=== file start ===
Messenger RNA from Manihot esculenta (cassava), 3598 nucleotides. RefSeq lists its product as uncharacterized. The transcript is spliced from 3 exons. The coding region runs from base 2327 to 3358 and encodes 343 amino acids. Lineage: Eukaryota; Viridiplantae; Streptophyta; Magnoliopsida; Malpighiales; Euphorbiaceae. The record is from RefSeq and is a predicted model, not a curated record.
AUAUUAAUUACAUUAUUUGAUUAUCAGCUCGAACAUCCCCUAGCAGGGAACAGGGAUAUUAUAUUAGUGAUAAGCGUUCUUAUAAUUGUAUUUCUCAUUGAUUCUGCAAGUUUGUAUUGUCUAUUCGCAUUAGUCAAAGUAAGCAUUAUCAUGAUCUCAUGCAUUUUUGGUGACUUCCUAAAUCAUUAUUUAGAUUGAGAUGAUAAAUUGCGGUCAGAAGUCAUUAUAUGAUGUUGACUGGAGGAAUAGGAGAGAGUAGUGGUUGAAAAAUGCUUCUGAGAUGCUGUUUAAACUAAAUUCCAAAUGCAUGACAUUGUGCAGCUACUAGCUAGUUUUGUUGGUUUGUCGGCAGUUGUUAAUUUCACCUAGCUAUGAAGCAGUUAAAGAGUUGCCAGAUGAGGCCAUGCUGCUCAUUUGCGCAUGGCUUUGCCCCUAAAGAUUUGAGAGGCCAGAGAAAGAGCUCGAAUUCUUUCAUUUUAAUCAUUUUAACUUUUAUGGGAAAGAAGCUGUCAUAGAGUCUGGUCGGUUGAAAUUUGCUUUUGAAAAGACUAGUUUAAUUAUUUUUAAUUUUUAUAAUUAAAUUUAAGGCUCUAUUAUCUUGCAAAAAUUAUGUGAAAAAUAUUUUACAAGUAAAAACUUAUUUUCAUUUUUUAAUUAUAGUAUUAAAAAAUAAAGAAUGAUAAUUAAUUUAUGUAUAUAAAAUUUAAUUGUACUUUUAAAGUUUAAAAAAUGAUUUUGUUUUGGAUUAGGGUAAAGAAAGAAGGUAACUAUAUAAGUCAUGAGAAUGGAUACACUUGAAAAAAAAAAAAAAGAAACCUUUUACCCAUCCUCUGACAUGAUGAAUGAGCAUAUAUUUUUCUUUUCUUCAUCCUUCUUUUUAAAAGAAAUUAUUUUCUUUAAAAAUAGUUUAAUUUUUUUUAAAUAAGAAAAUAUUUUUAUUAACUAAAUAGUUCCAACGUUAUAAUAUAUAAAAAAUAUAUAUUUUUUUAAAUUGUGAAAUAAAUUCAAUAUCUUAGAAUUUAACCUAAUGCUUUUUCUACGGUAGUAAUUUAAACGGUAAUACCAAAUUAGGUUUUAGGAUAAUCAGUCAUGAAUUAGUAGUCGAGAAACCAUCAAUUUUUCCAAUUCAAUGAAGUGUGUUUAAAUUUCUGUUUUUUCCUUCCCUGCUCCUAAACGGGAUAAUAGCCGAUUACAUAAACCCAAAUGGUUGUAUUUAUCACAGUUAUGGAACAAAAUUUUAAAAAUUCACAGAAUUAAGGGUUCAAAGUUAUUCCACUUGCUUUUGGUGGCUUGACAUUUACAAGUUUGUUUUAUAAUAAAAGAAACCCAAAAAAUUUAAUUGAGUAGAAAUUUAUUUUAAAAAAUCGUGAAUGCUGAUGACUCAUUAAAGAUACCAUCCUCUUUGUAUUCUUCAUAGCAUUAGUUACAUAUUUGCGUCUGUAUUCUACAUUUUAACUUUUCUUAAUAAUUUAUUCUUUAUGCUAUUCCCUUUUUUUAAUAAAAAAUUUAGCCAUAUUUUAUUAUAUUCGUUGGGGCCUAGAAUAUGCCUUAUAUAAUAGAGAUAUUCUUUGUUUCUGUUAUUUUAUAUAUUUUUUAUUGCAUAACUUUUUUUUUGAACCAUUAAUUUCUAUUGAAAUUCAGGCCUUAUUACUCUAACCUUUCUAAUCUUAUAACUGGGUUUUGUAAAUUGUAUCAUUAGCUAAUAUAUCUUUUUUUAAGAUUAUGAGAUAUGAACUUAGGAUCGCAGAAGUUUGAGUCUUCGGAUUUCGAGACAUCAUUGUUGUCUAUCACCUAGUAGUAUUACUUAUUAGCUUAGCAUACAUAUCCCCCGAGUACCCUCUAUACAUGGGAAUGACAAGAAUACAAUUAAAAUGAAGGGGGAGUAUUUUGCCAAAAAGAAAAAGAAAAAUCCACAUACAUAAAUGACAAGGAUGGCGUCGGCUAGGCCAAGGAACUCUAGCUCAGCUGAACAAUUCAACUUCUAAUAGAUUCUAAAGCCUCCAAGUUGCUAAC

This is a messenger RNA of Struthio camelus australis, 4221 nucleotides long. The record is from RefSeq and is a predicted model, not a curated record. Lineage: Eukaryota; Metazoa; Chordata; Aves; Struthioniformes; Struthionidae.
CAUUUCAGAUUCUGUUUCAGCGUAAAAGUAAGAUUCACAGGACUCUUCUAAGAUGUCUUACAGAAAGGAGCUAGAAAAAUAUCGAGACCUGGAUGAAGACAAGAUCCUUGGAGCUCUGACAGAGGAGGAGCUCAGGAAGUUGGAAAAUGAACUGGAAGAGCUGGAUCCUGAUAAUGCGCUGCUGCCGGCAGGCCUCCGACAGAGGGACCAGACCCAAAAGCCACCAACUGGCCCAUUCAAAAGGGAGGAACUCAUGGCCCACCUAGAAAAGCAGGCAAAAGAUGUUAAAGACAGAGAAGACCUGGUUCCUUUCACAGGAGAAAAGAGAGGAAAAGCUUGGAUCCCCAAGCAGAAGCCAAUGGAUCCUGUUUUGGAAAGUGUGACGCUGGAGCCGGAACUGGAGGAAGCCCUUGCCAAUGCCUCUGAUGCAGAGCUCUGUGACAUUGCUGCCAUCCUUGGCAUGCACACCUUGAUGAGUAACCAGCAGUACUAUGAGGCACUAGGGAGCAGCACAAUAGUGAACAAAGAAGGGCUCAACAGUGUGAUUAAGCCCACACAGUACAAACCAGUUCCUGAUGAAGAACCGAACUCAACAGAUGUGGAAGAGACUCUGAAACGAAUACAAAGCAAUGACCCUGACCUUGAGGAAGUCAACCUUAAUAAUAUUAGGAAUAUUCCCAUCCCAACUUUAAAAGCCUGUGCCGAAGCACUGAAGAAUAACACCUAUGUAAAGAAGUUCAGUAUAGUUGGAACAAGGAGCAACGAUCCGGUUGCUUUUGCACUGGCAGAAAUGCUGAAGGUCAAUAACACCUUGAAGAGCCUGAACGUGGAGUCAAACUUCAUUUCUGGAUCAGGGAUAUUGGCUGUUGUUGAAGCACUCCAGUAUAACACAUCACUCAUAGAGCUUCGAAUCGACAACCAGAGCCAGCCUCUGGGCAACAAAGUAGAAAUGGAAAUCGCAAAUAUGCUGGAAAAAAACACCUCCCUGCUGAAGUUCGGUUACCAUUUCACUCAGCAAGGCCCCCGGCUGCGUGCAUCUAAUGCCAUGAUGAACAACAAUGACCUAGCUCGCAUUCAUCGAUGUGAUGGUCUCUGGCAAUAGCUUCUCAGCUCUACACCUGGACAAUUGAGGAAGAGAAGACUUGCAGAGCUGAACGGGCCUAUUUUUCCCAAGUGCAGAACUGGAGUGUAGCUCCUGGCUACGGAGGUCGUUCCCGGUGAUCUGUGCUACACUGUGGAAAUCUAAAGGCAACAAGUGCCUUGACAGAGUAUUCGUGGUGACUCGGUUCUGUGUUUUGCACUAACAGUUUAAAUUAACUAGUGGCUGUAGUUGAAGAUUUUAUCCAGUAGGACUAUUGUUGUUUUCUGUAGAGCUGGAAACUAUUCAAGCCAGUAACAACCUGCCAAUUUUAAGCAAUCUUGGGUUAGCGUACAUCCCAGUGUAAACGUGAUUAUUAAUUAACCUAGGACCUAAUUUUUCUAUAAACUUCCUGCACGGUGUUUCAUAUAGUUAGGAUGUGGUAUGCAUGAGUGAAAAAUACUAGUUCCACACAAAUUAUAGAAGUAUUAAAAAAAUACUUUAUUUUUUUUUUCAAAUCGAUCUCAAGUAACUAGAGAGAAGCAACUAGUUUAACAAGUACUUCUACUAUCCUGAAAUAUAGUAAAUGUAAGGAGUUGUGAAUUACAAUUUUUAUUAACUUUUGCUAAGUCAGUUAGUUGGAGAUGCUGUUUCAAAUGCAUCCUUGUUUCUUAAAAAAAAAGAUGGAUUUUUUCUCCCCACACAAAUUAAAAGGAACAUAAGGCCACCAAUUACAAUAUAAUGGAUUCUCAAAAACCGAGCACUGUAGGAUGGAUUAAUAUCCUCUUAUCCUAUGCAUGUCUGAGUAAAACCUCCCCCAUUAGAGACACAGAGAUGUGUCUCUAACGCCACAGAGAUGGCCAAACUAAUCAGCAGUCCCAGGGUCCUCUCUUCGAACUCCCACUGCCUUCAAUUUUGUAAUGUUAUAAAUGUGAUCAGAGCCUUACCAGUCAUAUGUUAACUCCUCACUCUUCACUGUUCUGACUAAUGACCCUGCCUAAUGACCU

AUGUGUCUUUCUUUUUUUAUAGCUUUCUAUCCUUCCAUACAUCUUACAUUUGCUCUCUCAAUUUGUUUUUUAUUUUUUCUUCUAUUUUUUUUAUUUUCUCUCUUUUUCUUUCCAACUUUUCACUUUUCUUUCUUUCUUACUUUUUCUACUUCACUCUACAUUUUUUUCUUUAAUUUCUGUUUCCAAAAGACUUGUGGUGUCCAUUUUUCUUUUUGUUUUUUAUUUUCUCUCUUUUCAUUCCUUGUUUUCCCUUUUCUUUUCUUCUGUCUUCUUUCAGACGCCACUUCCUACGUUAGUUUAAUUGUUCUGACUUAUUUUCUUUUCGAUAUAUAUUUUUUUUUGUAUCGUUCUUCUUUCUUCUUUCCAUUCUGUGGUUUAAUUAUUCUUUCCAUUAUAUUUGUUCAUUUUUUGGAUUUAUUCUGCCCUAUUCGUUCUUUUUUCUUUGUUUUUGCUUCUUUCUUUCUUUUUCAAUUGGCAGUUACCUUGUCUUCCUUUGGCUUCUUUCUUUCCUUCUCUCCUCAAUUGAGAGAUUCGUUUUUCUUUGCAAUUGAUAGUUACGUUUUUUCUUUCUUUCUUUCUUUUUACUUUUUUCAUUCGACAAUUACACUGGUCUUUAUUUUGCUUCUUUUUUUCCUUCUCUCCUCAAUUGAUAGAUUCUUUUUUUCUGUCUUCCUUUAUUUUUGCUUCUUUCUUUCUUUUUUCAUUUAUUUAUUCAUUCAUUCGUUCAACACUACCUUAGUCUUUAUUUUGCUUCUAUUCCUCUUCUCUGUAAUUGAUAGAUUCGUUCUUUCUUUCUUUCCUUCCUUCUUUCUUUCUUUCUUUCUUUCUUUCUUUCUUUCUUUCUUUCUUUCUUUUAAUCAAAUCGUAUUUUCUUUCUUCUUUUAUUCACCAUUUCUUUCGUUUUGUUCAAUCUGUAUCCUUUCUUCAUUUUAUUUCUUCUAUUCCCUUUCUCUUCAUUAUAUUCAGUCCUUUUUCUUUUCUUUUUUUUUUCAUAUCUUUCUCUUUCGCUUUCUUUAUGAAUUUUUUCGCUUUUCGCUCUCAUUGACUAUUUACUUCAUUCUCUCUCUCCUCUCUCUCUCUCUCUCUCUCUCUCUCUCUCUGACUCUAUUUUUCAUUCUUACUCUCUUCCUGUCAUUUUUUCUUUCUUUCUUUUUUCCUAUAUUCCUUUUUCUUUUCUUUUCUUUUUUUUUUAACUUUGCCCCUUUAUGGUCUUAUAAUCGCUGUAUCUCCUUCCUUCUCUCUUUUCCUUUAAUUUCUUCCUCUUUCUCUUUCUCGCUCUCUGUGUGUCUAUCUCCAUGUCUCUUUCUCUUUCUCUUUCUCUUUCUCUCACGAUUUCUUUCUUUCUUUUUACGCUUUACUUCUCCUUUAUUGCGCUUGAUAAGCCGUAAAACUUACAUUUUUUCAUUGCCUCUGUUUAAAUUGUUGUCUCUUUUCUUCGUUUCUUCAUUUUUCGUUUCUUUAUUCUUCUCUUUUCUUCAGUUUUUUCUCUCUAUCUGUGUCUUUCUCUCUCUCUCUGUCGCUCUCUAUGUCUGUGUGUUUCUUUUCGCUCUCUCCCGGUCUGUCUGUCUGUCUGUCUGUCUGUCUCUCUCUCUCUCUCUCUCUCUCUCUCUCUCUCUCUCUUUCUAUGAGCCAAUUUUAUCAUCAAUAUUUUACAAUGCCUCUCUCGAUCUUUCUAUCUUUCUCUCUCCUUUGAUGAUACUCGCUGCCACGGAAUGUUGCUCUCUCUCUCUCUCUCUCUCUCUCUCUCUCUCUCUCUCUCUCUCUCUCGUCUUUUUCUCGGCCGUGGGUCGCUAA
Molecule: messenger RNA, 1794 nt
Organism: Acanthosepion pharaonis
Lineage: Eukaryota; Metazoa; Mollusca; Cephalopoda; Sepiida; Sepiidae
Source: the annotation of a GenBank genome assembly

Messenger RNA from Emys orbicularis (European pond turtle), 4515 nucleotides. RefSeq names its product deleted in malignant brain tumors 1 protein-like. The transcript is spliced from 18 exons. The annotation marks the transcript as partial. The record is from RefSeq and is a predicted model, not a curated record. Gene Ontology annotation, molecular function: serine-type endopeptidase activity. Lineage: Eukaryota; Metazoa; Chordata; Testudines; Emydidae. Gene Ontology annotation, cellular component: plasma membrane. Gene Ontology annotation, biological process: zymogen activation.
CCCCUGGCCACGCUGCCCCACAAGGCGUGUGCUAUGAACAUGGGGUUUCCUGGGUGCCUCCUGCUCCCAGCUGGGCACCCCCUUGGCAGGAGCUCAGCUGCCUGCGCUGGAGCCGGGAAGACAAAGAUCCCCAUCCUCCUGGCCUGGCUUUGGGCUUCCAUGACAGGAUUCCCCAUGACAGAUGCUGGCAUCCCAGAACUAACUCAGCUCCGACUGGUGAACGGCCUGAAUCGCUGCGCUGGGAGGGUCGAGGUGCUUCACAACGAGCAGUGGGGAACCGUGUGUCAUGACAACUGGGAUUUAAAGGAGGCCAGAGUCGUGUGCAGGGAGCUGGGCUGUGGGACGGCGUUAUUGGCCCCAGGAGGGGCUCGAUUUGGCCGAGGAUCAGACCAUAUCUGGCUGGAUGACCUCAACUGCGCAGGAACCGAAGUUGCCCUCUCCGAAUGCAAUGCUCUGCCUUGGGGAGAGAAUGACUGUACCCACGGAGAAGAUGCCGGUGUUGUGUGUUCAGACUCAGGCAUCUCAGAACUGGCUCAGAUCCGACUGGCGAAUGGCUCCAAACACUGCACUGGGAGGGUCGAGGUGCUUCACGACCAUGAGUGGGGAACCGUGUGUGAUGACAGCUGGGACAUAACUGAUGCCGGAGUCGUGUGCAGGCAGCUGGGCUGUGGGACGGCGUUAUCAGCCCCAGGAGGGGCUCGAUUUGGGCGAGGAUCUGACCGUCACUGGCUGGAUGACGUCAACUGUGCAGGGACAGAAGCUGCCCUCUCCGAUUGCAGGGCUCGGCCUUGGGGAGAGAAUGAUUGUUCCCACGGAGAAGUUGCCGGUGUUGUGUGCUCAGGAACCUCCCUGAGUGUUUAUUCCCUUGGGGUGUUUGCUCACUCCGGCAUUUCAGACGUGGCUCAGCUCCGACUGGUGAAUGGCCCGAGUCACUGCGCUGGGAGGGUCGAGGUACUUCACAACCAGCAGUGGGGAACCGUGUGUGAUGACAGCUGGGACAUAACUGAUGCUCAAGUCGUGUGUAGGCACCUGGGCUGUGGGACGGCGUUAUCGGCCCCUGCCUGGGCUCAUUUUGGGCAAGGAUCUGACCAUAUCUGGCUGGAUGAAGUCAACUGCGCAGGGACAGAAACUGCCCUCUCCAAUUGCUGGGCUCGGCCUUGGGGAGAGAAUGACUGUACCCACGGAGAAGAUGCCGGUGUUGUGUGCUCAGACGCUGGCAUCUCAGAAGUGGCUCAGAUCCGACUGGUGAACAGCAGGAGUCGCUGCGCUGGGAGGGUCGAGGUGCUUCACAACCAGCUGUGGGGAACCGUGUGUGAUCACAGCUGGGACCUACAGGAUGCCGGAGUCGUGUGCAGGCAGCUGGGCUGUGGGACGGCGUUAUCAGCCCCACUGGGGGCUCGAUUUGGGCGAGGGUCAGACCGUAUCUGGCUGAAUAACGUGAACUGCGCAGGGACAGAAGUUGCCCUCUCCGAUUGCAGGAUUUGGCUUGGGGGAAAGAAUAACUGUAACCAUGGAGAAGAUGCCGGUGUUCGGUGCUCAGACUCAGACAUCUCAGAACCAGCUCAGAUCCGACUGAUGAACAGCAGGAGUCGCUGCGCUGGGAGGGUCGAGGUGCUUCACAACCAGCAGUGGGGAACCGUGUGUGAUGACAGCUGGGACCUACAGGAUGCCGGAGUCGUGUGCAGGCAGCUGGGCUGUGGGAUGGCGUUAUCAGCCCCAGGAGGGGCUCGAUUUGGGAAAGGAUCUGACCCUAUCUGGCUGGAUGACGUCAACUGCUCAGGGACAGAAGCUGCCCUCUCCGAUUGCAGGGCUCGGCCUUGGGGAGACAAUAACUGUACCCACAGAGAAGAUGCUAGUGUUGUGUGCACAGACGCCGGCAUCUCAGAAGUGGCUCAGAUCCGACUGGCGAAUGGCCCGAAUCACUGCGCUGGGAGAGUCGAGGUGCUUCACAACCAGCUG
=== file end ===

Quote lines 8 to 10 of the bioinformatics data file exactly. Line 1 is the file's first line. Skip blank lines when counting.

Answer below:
Lineage: Eukaryota; Metazoa; Mollusca; Cephalopoda; Sepiida; Sepiidae
Source: the annotation of a GenBank genome assembly

Messenger RNA from Emys orbicularis (European pond turtle), 4515 nucleotides. RefSeq names its product deleted in malignant brain tumors 1 protein-like. The transcript is spliced from 18 exons. The annotation marks the transcript as partial. The record is from RefSeq and is a predicted model, not a curated record. Gene Ontology annotation, molecular function: serine-type endopeptidase activity. Lineage: Eukaryota; Metazoa; Chordata; Testudines; Emydidae. Gene Ontology annotation, cellular component: plasma membrane. Gene Ontology annotation, biological process: zymogen activation.